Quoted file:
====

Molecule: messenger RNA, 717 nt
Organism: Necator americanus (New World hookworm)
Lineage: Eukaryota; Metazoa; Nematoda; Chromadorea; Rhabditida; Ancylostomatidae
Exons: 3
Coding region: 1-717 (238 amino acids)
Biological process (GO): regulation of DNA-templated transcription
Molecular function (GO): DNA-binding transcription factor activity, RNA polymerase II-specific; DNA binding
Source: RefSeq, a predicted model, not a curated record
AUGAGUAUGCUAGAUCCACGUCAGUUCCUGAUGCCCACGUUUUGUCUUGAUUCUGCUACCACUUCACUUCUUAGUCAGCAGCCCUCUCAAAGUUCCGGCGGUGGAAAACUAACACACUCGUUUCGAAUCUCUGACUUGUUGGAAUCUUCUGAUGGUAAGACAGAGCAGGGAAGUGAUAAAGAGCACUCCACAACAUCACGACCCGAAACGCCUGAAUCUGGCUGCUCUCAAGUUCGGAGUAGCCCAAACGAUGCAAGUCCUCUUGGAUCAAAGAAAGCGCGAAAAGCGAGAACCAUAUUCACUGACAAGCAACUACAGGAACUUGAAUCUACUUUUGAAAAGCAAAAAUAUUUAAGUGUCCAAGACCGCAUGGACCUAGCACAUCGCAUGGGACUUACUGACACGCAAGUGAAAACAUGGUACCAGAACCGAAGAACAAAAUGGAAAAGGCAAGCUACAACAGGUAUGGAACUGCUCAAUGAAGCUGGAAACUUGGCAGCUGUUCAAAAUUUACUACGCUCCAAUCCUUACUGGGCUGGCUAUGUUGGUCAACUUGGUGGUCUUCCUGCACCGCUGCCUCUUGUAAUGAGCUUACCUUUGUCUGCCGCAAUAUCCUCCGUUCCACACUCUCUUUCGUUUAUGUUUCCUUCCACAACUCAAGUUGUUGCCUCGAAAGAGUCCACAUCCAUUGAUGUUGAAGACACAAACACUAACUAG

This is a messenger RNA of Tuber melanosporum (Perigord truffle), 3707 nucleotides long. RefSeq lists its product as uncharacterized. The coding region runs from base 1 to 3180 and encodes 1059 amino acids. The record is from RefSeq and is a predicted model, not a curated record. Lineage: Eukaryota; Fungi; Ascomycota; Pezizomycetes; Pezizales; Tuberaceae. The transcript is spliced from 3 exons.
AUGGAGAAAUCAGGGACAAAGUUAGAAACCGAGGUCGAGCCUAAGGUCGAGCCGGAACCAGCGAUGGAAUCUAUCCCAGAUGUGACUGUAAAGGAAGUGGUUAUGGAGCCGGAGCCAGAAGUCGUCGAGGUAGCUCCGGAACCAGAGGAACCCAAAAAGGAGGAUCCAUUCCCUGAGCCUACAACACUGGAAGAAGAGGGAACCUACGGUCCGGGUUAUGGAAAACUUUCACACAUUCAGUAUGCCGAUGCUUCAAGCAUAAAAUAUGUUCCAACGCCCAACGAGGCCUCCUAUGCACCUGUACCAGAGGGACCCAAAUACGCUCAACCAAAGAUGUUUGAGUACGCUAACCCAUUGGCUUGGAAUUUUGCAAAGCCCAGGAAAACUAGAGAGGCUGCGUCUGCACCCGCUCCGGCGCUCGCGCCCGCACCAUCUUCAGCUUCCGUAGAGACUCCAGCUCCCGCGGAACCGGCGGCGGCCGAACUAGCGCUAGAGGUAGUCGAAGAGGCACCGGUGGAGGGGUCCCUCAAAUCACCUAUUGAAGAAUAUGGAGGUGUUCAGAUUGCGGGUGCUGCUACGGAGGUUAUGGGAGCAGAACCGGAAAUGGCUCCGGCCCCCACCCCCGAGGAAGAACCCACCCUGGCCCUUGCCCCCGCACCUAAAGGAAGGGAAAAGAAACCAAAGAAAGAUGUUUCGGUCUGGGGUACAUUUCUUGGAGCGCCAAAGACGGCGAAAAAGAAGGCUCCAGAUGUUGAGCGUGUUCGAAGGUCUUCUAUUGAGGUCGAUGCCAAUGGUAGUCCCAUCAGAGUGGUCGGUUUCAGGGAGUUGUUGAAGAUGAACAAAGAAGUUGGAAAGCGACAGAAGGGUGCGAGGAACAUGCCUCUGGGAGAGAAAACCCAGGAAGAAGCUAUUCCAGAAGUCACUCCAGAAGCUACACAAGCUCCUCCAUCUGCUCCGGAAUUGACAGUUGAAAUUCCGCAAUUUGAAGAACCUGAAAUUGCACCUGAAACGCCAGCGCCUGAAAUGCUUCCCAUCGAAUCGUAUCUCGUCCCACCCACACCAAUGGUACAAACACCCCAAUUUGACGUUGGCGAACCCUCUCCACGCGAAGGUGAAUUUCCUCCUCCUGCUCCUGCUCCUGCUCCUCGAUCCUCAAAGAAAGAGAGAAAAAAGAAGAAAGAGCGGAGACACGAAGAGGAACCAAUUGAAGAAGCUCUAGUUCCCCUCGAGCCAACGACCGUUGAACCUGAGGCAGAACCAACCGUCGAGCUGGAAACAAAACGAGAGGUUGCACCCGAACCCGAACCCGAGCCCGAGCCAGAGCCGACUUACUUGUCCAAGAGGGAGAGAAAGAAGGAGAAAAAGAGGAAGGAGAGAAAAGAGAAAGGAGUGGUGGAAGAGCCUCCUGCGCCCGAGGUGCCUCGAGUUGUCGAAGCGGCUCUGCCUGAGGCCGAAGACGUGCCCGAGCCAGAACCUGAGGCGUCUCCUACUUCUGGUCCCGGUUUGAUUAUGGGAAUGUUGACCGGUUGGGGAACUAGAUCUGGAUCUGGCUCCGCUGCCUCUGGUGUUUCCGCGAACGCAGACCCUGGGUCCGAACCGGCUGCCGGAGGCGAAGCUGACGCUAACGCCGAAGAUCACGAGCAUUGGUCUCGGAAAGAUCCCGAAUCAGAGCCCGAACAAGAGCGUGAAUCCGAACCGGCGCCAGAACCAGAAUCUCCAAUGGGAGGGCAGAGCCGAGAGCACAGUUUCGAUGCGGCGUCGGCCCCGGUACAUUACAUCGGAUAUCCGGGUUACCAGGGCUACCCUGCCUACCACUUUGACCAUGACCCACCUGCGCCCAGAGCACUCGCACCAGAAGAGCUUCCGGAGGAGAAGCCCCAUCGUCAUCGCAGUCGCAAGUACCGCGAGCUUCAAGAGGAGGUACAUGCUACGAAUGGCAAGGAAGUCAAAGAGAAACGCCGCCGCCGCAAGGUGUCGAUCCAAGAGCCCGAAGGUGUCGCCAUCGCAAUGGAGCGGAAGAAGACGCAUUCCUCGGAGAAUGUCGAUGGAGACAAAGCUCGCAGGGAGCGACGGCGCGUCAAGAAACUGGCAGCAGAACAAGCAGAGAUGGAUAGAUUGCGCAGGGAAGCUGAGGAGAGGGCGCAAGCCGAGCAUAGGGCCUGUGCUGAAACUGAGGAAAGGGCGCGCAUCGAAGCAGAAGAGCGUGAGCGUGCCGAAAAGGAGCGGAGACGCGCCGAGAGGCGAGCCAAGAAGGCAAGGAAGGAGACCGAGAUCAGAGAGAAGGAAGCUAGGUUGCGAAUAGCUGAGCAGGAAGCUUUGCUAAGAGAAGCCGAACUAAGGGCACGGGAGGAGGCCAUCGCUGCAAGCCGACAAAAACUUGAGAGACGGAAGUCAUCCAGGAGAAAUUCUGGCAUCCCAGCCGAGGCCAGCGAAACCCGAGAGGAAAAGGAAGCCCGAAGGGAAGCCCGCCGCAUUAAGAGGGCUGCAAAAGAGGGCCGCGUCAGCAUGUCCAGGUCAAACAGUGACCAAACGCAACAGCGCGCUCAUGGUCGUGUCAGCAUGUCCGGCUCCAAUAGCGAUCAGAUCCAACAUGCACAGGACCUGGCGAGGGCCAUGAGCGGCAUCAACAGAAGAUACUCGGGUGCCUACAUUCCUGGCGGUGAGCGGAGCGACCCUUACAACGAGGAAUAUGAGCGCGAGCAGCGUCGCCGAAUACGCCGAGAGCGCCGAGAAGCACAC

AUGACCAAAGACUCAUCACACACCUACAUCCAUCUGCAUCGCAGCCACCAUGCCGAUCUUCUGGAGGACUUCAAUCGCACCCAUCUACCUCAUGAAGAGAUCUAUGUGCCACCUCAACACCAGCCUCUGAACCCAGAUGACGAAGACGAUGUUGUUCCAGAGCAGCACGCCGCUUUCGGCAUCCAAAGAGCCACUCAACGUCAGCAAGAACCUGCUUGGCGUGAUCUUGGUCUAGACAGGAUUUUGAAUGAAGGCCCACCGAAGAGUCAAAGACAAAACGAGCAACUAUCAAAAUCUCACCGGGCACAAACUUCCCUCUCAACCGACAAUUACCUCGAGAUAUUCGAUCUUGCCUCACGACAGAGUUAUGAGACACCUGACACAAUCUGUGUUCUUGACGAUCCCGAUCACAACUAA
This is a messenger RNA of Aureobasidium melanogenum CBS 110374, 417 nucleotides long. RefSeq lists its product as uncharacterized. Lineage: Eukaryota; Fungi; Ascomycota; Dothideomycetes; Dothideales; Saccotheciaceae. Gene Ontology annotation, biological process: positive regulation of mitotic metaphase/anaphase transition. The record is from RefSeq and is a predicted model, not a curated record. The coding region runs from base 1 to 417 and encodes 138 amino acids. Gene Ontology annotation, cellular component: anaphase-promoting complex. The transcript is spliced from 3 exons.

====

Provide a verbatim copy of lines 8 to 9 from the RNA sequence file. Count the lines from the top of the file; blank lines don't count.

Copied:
Source: RefSeq, a predicted model, not a curated record
AUGAGUAUGCUAGAUCCACGUCAGUUCCUGAUGCCCACGUUUUGUCUUGAUUCUGCUACCACUUCACUUCUUAGUCAGCAGCCCUCUCAAAGUUCCGGCGGUGGAAAACUAACACACUCGUUUCGAAUCUCUGACUUGUUGGAAUCUUCUGAUGGUAAGACAGAGCAGGGAAGUGAUAAAGAGCACUCCACAACAUCACGACCCGAAACGCCUGAAUCUGGCUGCUCUCAAGUUCGGAGUAGCCCAAACGAUGCAAGUCCUCUUGGAUCAAAGAAAGCGCGAAAAGCGAGAACCAUAUUCACUGACAAGCAACUACAGGAACUUGAAUCUACUUUUGAAAAGCAAAAAUAUUUAAGUGUCCAAGACCGCAUGGACCUAGCACAUCGCAUGGGACUUACUGACACGCAAGUGAAAACAUGGUACCAGAACCGAAGAACAAAAUGGAAAAGGCAAGCUACAACAGGUAUGGAACUGCUCAAUGAAGCUGGAAACUUGGCAGCUGUUCAAAAUUUACUACGCUCCAAUCCUUACUGGGCUGGCUAUGUUGGUCAACUUGGUGGUCUUCCUGCACCGCUGCCUCUUGUAAUGAGCUUACCUUUGUCUGCCGCAAUAUCCUCCGUUCCACACUCUCUUUCGUUUAUGUUUCCUUCCACAACUCAAGUUGUUGCCUCGAAAGAGUCCACAUCCAUUGAUGUUGAAGACACAAACACUAACUAG